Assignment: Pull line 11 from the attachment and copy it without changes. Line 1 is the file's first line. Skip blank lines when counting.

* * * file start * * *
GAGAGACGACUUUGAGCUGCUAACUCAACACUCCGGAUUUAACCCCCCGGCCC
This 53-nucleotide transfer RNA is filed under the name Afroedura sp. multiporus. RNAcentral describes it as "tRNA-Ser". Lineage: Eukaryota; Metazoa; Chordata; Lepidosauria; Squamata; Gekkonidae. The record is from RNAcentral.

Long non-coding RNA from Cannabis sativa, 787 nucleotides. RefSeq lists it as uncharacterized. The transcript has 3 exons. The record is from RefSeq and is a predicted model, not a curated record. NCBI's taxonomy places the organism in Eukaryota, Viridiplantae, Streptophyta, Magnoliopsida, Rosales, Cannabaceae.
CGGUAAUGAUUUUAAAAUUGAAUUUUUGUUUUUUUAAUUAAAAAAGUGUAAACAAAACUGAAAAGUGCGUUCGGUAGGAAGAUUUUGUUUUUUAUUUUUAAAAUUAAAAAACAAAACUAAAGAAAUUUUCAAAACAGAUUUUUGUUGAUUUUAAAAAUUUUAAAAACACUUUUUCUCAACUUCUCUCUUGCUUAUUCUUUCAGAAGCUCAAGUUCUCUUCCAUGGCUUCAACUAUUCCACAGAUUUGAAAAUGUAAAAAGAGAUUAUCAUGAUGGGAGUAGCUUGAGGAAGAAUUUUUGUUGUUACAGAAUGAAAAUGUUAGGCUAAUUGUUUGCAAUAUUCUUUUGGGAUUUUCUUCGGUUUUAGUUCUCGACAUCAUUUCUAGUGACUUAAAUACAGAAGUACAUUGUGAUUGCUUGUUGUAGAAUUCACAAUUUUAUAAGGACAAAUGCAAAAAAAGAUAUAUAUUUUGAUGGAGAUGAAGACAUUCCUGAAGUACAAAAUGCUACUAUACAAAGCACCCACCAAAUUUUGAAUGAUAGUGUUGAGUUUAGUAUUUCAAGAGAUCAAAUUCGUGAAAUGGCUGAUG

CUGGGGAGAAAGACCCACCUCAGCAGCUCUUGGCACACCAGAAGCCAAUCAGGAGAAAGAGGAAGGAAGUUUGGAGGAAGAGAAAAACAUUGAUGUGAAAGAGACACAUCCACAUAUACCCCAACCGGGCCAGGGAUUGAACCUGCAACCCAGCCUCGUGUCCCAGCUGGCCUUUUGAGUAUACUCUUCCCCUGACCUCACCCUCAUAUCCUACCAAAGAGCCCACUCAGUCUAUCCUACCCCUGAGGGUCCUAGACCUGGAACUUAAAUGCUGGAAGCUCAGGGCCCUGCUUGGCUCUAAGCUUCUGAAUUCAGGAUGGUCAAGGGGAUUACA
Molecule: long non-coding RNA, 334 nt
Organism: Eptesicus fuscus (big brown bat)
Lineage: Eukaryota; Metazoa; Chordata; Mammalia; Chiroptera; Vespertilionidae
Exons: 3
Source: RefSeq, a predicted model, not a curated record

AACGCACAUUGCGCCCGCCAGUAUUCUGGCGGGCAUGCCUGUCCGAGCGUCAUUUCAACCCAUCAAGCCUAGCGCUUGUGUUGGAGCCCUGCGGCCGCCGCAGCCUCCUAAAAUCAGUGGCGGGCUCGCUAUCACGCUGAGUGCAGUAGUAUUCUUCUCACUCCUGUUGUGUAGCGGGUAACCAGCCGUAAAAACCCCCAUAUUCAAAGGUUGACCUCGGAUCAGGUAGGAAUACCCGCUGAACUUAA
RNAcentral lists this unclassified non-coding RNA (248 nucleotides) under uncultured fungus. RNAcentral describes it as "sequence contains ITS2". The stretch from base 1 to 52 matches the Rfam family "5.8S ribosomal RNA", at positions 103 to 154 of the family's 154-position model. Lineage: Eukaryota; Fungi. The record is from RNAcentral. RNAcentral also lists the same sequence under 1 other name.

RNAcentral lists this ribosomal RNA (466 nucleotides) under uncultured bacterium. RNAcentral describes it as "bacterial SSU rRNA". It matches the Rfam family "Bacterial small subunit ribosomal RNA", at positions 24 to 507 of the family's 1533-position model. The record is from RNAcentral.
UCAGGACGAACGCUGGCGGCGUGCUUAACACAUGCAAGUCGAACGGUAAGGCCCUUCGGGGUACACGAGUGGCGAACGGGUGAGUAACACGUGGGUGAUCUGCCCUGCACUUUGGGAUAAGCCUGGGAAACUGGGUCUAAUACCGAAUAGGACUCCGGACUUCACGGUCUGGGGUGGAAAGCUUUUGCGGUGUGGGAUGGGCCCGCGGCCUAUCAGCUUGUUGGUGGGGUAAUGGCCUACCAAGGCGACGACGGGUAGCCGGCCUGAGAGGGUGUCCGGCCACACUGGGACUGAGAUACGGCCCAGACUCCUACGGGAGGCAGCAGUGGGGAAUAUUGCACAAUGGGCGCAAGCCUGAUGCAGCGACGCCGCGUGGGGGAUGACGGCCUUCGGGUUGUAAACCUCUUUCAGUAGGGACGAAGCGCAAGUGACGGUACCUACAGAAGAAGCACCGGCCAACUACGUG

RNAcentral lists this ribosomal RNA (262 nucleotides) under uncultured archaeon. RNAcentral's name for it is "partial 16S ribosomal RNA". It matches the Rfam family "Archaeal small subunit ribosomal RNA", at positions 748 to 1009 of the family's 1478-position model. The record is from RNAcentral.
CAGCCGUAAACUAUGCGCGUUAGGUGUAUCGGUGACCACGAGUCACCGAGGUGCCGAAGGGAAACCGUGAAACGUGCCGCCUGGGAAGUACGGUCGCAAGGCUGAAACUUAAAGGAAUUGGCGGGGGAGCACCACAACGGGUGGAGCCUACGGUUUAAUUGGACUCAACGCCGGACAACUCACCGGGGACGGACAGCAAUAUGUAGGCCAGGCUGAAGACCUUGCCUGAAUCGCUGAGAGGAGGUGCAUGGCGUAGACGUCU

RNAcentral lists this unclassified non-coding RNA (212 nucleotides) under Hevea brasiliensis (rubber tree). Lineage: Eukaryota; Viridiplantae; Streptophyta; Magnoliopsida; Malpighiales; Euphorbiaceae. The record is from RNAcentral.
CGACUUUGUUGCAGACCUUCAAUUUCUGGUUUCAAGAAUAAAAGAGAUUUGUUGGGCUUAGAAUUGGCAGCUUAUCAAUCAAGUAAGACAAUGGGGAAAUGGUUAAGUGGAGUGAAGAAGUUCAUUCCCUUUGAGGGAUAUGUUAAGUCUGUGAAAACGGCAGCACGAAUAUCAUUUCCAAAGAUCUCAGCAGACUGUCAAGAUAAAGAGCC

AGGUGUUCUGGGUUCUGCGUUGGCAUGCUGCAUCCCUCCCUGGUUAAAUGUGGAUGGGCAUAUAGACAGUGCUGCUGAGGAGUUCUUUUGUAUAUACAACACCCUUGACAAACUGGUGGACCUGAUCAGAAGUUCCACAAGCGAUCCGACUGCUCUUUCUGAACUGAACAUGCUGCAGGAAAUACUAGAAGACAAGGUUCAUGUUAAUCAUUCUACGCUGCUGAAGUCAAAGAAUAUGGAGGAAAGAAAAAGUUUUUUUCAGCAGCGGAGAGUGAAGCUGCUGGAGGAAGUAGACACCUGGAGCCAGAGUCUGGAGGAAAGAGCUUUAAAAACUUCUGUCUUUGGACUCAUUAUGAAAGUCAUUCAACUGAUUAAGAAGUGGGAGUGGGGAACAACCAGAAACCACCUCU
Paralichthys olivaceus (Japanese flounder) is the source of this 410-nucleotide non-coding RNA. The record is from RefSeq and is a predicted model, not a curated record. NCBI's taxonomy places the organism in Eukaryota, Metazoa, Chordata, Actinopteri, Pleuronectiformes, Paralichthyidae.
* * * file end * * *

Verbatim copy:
AACGCACAUUGCGCCCGCCAGUAUUCUGGCGGGCAUGCCUGUCCGAGCGUCAUUUCAACCCAUCAAGCCUAGCGCUUGUGUUGGAGCCCUGCGGCCGCCGCAGCCUCCUAAAAUCAGUGGCGGGCUCGCUAUCACGCUGAGUGCAGUAGUAUUCUUCUCACUCCUGUUGUGUAGCGGGUAACCAGCCGUAAAAACCCCCAUAUUCAAAGGUUGACCUCGGAUCAGGUAGGAAUACCCGCUGAACUUAA